We used T. gondii PCR for diagnosis of cerebral toxoplasmosis. In previous studies CSF T. gondii PCR had a sensitivity of 50–60% to confirm cerebral toxoplasmosis in HIV-infected patients [21], [22]. The sensitivity is possibly higher among patients with meningoencephalitis compared to those with space-occupying lesions only, but this has not been examined. Specificity of T. gondii PCR is high, between 97 and 100% [22][24]. The positivity rate of 32.8% in our study might therefore be an underestimate, especially in the category of patients in whom no other pathogen was isolated despite extensive microbiological testing.

In our cohort, toxoplasmosis could not be distinguished clinically from tuberculosis and cryptococcosis. From our previous series [4], CSF samples were available for the current study for 36/47 HIV-infected patients. Ten out of 17 patients who were diagnosed with ‘probable TB meningitis’ and ‘unknown’ in the previous study were found to have a positive T. gondii PCR (and no bacteriological confirmation of tuberculosis) in the current study. Diagnosis of cerebral toxoplasmosis is usually based on clinical findings and CT or MRI of the brain. However, if cerebral imaging is lacking, toxoplasmosis may not be considered. Positive toxoplasma serology, which has a high sensitivity but very poor specificity, is helpful to exclude but not to confirm cerebral toxoplasmosis, although some reports suggest that high toxoplasma IgG titers are only found in patients with symptomatic toxoplasmosis [25]. Indeed, in our study, patients with a positive T. gondii PCR had a higher IgG titers compared to those who had a negative PCR. An autopsy study from India provides further support for the notion that cerebral toxoplasmosis is not always considered; among 233 HIV patients, toxoplasmosis accounted for 6.8% of deaths, but in none of these cases toxoplasmosis had been suspected clinically [26].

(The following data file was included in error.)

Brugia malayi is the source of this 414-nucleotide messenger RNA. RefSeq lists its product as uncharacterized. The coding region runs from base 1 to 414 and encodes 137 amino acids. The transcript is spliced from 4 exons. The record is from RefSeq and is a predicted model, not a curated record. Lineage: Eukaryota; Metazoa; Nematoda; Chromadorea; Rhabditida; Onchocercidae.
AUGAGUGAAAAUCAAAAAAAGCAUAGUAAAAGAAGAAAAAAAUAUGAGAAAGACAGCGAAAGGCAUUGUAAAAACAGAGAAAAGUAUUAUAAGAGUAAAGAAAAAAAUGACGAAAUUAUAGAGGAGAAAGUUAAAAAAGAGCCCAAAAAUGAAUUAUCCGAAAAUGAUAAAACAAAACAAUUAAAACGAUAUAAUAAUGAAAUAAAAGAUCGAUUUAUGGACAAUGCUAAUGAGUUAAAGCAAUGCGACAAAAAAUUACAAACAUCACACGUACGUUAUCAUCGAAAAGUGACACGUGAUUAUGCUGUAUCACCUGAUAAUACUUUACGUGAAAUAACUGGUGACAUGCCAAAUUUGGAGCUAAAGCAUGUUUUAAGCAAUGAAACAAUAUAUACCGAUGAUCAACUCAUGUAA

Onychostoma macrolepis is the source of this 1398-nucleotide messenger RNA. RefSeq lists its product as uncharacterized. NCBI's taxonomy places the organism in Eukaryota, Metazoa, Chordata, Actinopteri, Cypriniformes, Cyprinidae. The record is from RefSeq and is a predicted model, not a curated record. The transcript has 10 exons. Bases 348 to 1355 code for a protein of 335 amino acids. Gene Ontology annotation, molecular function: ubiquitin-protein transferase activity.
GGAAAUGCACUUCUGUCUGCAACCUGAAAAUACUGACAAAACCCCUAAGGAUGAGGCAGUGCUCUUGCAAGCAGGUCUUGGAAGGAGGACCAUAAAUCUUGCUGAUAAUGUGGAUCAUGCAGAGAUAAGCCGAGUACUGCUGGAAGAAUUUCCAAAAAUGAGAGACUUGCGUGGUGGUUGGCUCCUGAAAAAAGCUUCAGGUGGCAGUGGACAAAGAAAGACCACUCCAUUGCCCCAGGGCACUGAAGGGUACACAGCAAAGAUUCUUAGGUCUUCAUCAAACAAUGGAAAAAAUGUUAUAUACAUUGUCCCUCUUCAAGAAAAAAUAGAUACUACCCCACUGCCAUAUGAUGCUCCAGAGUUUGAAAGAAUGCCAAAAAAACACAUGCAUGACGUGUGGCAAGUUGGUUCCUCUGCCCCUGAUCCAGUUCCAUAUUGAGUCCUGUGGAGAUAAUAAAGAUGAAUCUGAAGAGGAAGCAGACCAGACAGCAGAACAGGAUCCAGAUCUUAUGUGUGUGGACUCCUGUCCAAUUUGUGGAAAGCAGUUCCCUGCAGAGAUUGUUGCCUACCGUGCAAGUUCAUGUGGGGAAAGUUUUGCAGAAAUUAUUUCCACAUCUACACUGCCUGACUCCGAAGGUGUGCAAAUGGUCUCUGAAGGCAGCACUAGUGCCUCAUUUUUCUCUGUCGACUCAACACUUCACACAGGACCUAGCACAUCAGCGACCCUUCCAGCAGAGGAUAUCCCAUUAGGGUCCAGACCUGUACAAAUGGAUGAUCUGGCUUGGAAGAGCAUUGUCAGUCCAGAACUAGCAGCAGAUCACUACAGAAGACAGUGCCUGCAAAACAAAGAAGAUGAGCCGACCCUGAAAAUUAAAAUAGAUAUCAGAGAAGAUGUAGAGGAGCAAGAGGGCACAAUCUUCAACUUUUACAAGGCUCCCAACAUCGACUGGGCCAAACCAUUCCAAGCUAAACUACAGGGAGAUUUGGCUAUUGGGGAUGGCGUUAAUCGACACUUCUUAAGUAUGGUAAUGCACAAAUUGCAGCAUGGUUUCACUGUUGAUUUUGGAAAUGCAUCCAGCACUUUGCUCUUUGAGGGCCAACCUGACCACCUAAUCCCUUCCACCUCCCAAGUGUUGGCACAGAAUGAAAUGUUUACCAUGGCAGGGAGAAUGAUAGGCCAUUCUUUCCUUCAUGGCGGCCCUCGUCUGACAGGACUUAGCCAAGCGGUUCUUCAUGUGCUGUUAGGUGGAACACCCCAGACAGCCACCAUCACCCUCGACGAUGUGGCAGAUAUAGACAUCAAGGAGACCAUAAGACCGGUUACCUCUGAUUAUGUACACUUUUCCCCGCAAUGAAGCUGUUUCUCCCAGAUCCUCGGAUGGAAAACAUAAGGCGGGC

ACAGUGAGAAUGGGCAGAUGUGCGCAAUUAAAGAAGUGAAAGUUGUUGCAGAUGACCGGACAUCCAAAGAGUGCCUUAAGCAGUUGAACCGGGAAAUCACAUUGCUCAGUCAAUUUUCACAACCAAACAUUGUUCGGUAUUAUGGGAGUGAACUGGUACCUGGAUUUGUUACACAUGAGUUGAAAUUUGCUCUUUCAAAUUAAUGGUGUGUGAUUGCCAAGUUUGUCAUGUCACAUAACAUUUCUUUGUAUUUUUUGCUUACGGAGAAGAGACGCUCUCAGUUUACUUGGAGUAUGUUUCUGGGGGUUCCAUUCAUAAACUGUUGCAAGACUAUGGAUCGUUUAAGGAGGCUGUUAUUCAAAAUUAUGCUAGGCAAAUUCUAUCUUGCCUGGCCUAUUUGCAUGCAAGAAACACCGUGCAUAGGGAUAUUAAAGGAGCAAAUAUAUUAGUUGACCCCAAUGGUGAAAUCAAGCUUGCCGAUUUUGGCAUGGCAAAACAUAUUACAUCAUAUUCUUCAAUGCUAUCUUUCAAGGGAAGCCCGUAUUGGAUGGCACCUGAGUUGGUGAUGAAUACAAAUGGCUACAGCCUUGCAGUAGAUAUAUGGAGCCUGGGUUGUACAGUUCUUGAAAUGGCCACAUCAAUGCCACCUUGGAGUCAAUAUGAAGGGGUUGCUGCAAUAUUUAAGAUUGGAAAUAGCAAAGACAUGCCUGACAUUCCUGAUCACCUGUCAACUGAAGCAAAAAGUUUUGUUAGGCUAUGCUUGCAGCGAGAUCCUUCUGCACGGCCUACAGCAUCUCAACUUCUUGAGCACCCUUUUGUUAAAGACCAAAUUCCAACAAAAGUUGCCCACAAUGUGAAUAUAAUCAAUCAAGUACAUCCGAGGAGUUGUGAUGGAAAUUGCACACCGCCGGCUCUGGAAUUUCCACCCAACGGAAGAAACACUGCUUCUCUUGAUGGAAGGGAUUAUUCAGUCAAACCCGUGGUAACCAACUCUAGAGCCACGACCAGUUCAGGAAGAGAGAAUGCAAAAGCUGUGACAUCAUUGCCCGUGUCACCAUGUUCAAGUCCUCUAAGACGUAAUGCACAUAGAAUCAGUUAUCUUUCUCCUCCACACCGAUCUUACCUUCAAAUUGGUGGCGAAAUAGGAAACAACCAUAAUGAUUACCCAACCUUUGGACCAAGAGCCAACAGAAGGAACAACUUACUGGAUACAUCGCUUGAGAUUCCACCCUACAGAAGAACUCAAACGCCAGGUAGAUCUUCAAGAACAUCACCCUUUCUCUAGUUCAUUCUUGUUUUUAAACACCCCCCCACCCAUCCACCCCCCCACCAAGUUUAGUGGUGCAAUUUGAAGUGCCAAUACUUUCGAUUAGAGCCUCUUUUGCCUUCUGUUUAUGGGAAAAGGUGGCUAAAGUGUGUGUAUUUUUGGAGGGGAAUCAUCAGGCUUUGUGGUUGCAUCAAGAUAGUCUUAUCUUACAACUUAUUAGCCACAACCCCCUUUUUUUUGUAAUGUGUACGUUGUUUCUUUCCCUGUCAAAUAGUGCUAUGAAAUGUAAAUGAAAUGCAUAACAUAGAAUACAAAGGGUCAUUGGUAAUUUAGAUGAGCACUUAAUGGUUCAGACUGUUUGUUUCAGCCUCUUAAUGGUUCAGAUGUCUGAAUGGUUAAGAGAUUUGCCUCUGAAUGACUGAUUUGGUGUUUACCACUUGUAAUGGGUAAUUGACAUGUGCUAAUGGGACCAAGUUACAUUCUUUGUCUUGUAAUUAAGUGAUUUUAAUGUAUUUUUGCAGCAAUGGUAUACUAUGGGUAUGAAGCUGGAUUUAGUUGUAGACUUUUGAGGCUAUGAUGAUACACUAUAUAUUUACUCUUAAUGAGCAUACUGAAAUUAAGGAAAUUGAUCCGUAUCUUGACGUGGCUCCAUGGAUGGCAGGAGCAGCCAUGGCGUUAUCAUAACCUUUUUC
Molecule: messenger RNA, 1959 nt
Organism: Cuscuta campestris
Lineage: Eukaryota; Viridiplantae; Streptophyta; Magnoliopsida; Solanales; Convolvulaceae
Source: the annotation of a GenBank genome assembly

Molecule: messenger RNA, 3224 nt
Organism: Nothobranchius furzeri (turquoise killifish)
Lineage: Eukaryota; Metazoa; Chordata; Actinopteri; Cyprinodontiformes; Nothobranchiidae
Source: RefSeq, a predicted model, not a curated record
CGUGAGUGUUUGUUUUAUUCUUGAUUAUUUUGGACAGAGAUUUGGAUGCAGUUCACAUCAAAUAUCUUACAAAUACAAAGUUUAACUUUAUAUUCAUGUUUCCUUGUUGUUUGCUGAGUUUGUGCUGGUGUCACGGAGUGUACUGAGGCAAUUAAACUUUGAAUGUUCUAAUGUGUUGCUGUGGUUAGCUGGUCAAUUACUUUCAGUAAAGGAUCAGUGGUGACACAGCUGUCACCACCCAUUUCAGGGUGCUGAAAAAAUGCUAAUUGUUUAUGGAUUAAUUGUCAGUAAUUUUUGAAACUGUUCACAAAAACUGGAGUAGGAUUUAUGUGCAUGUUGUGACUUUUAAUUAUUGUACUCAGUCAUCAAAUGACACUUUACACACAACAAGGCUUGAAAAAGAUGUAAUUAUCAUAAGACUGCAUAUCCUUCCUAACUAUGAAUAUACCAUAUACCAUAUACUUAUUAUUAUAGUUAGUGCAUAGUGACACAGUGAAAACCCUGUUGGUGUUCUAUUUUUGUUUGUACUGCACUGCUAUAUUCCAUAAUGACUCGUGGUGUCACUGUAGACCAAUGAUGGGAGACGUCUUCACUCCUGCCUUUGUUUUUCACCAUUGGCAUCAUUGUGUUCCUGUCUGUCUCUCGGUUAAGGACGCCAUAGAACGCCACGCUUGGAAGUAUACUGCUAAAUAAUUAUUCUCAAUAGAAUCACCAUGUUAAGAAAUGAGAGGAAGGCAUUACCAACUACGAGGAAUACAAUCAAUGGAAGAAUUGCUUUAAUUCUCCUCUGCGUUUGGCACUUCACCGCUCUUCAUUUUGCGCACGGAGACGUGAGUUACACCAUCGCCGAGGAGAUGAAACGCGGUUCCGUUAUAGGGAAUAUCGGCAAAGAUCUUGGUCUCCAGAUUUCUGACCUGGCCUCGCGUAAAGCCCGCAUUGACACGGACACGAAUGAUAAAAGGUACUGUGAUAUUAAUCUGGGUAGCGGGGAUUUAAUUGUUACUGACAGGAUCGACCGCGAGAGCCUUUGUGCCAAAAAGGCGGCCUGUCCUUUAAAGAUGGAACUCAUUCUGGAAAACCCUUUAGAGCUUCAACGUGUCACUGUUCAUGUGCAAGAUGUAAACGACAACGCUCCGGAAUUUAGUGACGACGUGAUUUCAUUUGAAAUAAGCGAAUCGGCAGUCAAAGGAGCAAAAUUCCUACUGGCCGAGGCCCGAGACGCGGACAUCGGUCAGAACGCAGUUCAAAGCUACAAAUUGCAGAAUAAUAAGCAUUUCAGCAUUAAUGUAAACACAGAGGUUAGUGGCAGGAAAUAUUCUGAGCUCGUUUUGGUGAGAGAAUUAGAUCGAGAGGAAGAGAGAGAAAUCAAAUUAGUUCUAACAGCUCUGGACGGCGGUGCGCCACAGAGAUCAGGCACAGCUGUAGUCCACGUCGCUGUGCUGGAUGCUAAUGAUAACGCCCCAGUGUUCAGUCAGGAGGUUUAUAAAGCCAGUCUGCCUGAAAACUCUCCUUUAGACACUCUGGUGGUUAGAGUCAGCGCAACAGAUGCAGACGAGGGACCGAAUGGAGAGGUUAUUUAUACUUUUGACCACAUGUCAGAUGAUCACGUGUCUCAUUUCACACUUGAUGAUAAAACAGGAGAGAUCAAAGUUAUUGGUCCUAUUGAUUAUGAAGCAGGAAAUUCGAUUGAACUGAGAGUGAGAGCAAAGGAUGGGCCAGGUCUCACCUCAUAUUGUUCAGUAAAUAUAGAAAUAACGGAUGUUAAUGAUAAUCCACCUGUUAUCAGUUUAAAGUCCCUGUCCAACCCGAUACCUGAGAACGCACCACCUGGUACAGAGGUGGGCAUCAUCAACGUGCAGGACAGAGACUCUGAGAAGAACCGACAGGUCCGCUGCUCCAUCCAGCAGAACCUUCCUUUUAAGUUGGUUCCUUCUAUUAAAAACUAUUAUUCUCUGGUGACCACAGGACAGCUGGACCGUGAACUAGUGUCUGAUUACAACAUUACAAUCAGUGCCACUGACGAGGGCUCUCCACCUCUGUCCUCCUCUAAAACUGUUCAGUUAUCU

The incidence of cerebral toxoplasmosis varies between countries [14] and is related to the seroprevalence of toxoplasmosis in the general population [19], [25]. In the United States, toxoplasma seroprevalence varies from 3% to 30%, whereas in France 73%–90% of the population is infected [10]. Reported seroprevalence rates were varied from 13–31% in the general population, and 45–68% in HIV patients in studies from several developing countries [8], [27], [28]. In our study, 78% of patients had detectable toxoplasma IgG, but this does not reflect the seroprevalence in the general population or among unselected HIV-infected patients, as only meningitis patients were examined.

Mortality in this cohort of patients was very high, higher compared to reported rates in other series [8], [9], [29]. One explanation is that patients mostly presented with advanced and untreated HIV infection. In addition, no toxoplasmosis treatment was provided, as PCR was done retrospectively on archived samples. In our previous study, HIV infection was associated with a 2.5-fold increased mortality among patients presenting with meningitis [4]. Data from the current study suggests that this may is at least in part attributable to a high prevalence of (unrecognized and untreated) toxoplasmosis. Future studies should examine the benefit of timely diagnosis and/or empiric treatment of toxoplasmosis for patients in settings like ours. Empiric treatment for subacute meningitis in HIV-infected patients should probably also include tuberculosis, which is difficult to exclude as culture is slow and microscopy and commercial PCR assays have insufficient sensitivity [30].

Our study suffers from several limitations. Most importantly, no CT or MRI of the brain could be performed. In addition, clinical data, CD4 cell counts and other laboratory parameters were missing in a number of patients. Despite these limitations the data strongly suggest that toxoplasmosis should be included in the differential diagnosis of HIV-infected with clinically suspected subacute meningitis, and that molecular testing or empiric treatment for toxoplasmosis should be considered in these patients, especially if no CT or MRI can be performed. Obviously, timely diagnosis and treatment of HIV will help prevent this severe opportunistic infection.

Supporting Information

Checklist S1.

STROBE checklist for the manuscript: “Cerebral toxoplasmosis mimicking subacute meningitis in HIV-infected patients; a cohort study from Indonesia”.



We thank the patients, drs. Regina Loprang, Ela Hayati, and Christian Budiman (field physicians), Lies Ratnasari and Witri Indrasari (laboratory technicians), Kristianto (social worker), and the residents of the Department of Neurology, Hasan Sadikin Hospital, Bandung for their help in conducting this study.

Part of these data has been presented as an oral presentation at the 43rd World Conference on Lung Health of the International Union Against Tuberculosis and Lung Disease 2012 (abstract number: 0P-212-17).

Author Contributions

Conceived and designed the experiments: ARG RW AvdV RvC. Performed the experiments: ARG SD AI LC RW PS WM IP. Analyzed the data: ARG SD LC RW RvC. Wrote the paper: ARG RvC.